Hitler's Speech at the Municipal Hall Square in
Wilhelmshaven, 1 April 1939 
[translation from the German by Allen Knechtmann]
"And all that America did not receive from Europe may seem worthy of admiration to a
Jewified mixed race, but Europe regards that merely as symptomatic of decay in artistic
and cultural life, the product of the introduction of Jewish or Negroid blood." --
Adolf Hitler, 11 December 1941
Germans! Racial comrades!
Whoever desires to appreciate the collapse and rise of Germany, he must see the development
of a city such as Wilhelmshaven. Only a short time ago it was a ghost town, almost without
a justification for existence, without prospect for a future -- today filled again with the
droning of work and creation. It is good if one recalls again to mind this past.
When this city experienced its first upturn, this occurred together with the rise of the
German Reich after its battles for unification. This Germany was a Germany of peace.
In the same era in which the so-called peace-loving, virtuous nations conducted quite a
number of wars, Germany recognized but one goal: to keep the peace, to work in peace, to
increase the prosperity of its inhabitants, and, with that, to contribute to human culture
and civilized behavior. This Germany of the peacetime sought with unending industry, with
geniality, and with steadfastness to develop its internal life and to secure outwardly a
proper place in the sun through the participation in the peaceful competition of the
Nevertheless, this Germany was for decades the securest guarantor of peace and dedicated
itself only to its peaceful business, but other peoples and especially their statesmen were
unable to refrain from pursuing this rise with envy and hate and finally answering it with
a war. We know today from historical documents how the encirclement policy of that time was
conducted according to plan by England. We know from numerous remarks and publications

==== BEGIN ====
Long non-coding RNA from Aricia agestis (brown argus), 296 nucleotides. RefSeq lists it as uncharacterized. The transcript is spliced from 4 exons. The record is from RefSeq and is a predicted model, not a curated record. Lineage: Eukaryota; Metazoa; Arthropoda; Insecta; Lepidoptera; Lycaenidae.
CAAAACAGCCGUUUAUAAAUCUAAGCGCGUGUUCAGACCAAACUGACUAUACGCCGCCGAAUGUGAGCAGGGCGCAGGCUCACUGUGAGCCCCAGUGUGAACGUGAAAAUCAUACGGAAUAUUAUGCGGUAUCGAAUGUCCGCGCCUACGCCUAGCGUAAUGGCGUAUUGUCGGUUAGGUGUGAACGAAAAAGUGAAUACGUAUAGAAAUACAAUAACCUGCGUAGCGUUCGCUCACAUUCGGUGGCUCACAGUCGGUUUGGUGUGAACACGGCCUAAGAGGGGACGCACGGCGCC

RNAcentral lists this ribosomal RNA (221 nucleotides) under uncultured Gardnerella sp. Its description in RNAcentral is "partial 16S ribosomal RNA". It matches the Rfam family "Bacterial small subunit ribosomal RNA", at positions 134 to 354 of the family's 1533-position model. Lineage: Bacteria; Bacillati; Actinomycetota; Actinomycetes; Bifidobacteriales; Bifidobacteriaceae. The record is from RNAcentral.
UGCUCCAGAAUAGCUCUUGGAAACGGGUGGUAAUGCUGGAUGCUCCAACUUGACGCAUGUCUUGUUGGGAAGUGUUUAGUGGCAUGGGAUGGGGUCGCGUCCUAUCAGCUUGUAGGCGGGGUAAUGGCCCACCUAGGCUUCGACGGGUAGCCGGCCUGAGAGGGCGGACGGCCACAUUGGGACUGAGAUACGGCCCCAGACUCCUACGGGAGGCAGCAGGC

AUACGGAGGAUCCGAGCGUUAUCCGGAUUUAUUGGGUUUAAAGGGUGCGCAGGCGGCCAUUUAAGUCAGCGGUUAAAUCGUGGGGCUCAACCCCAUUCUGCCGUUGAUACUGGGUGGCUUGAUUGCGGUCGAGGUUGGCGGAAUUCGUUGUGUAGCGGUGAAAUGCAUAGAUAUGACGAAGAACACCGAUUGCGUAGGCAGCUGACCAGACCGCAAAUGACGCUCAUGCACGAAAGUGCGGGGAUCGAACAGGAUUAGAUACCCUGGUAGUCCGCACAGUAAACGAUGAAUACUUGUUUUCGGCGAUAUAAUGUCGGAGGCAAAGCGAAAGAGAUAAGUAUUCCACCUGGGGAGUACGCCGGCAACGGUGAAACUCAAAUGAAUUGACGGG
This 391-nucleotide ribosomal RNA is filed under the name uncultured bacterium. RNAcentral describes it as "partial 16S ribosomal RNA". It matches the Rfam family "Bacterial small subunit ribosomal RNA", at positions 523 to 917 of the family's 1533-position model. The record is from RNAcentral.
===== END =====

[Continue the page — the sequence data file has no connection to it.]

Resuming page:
that in this land the view was supported that it was necessary to overcome Germany militarily,
because its annihilation would secure to every British citizen a higher measure of
It is true that Germany committed mistakes then. Its worst mistake was seeing this
encirclement and not warding it off in good time. A single guilt of which we can accuse the
regime of that time is that it had full awareness of the devilish plan of an attack on the
Reich and still did not utilize the decisive force necessary to deflect in good time
this attack, but rather let this encirclement ripen until the beginning of the catastrophe.
The result was the World War. In this war the German people -- even though it in no way
was equipped as best as could be -- then fought heroically. No people can claim for itself
the glory of having conquered us, the least of which being those whose statesmen today are
speaking the greatest words.
Undefeated and unvanquished Germany remained on land, on sea, and in the air. And
nonetheless we lost the war. We know the might which vanquished Germany then. It was the
power of the lie, the poison of a propaganda which recoiled from no distortion and from no
untruth, and opposite it stood the former German Reich completely defenseless, because it
When Wilsonís Fourteen Points were promulgated, many German racial comrades, above all the
"leading" men of that time, saw in these Fourteen Points not only the possibility of ending
the World War, but also of pacifying finally all the peoples of this world. . . . There was
supposed to come a peace of reconciliation and understanding, a peace which was supposed to
recognize neither victor nor vanquished, a peace without war reparations, a peace of equal
rights for all, a peace of equal distribution of colonial regions and equal consideration
of colonial desires. A peace which was supposed to find its final crowning in a League of
Nations of all free nations, which league was supposed to be a guarantor for equal rights
and which was able therefore to be perceived as superfluous, that in the future the nations
might still bear the armaments which previously, as was maintained, had so oppressed them.
Therefore disarmament, and indeed disarmament of all nations! Germany was supposed to go
ahead with the good example, and all were supposed to be obligated to follow its
disarmament. And even the age of secret diplomacy was supposed to come to an end. All
the problems were supposed to be discussed and dealt with openly and freely. But above all
the right of self-determination of the peoples was finally supposed to be stabilized and
raised to the most important factor of the human history of the future.
Germany believed these assurances! It laid down its weapons trusting this declaration.
And then began a breach of faith as had never before been seen in world history. Just as
our people had laid down its weapons there began a time of extortion and oppression, of
plundering and enslavement. No more words of "Peace without Vanquished and Victor,"
rather a sentence of condemnation for the vanquished lasting forever! No more words about
equal rights, rather rights on the one side and injustice and lack of rights on the other.
Robbery upon robbery, extortion upon extortion were the results.
No man in this democratic world has looked after the suffering of our people. Hundreds of
thousands in the war fell not through hostile weapons, but rather through this hunger